Regarding Ireland, it would be rather interesting if the UK, Northern Ireland, and Eire simply refused to put up a border and refused to set up customs. Supposedly the EU is required to have an external customs border, but *they have no way of enforcing that requirement on Ireland* -- it could just become the A#1 smuggling center for the EU. I don't know exactly how that would play out, but it would probably honestly be quite popular among almost everyone. The current shenanigans with the EU currency are crazier than that, so this situation -- EU sternly telling Ireland to set up a customs border, Ireland refusing, nothing happening -- could last indefinitely.
     
    • Like x 2
  15. EVNow

    EVNow Active Member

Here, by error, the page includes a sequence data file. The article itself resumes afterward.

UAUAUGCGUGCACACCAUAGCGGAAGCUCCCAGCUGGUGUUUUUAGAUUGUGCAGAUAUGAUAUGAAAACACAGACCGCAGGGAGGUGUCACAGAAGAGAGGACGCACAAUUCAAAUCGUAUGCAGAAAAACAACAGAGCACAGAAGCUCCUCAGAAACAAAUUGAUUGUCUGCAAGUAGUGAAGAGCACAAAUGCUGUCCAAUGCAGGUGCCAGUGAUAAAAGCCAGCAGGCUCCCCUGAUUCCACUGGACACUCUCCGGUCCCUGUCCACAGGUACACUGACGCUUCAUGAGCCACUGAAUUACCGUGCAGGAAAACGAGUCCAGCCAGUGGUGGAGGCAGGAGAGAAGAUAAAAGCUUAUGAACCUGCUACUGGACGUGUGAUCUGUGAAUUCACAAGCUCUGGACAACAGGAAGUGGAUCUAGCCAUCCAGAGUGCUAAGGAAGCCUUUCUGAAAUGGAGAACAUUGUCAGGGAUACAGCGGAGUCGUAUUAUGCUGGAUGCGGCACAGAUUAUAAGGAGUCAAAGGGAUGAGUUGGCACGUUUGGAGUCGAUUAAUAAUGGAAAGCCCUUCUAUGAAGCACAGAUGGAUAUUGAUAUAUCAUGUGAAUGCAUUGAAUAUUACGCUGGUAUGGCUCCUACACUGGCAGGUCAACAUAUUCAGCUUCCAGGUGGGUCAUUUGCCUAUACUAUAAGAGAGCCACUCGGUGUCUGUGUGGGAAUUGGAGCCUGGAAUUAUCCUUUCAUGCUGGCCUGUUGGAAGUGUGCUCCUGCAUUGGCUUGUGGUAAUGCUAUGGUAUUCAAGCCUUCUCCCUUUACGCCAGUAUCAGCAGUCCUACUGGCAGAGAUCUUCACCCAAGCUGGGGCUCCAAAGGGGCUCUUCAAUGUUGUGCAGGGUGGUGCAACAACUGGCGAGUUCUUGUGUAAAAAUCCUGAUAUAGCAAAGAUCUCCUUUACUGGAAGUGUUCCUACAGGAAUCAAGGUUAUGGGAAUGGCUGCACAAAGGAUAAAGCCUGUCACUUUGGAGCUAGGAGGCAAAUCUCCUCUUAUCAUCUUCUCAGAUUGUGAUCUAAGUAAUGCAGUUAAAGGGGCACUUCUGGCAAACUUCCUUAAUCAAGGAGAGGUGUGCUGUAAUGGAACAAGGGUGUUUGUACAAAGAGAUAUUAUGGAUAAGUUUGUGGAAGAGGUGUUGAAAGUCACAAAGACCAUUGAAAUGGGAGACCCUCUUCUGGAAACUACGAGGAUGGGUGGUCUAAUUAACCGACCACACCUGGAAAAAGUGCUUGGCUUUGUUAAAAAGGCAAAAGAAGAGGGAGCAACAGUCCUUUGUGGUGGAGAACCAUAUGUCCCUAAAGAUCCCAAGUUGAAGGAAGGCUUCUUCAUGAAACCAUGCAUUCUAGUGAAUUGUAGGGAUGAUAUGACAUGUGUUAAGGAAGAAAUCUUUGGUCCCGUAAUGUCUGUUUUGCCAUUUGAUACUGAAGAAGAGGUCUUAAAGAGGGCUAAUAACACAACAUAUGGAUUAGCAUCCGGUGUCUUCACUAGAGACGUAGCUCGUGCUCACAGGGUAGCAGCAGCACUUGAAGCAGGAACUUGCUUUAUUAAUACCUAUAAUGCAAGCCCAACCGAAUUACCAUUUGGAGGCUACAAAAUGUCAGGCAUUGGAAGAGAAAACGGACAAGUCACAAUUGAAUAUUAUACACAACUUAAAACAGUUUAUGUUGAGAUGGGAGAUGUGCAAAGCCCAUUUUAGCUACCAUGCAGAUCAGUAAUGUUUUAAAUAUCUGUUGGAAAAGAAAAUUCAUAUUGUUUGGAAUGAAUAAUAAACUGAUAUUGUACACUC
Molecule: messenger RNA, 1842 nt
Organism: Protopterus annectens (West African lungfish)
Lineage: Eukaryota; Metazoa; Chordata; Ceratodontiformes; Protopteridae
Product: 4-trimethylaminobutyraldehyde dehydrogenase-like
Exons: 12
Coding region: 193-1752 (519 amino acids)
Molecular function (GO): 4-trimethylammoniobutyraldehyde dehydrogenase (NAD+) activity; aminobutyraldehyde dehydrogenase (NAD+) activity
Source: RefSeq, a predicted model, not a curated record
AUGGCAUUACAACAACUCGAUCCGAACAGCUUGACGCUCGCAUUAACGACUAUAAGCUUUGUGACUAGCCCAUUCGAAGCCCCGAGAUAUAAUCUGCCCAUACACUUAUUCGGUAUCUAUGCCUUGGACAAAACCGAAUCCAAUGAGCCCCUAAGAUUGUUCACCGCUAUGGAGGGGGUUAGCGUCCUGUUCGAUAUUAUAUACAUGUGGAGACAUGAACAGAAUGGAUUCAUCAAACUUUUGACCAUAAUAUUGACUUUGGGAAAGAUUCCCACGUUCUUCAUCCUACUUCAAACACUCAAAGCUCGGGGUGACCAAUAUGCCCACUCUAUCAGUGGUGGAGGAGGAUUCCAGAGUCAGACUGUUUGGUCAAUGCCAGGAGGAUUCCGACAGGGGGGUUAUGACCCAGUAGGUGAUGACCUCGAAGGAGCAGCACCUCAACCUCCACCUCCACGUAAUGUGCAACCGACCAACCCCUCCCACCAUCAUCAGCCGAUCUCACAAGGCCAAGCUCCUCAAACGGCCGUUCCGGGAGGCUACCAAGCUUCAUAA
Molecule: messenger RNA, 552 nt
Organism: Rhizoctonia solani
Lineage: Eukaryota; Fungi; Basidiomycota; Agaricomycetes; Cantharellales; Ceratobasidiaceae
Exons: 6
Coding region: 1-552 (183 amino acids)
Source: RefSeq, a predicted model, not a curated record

Joined:
    Sep 5, 2009
    Messages:
    3,119
    Location:
    Seattle, WA
    Brexit could be delayed if Labour forces general... | Daily Mail Online

    So, what is left out ? Free people's movement ?
     
  16. cheshire cat

    cheshire cat Member

    Joined:
    Feb 7, 2016
    Messages:
    436
    Location:
    county palatine of chester UK
    The best bit of that was that under a previous Irish government there was a joint border committee set up to cover this problem, having almost completed their findings which was a soft border could be easily handled, this got canned once the EU saw it could be a lever to their advantage, then revved up little Leo ( current Teashop) to cause trouble, probably with promise of a next cushy berth in Brussels later, this now has turned to become the main stumbling block. https://uploads.disquscdn.com/images/93b0f29d21467040f43d2d3a0dfc6b1fc416d4772ebb1f7e9bb1b65b0bb7ac2b.jpg. I fear the Irish have been shot in the foot in the long term. If anyone remembers they were stupid enough to be conned into a second referendum on EU membership when the first one didn't produce the desired result--------- now where have I heard that recently ? :rolleyes: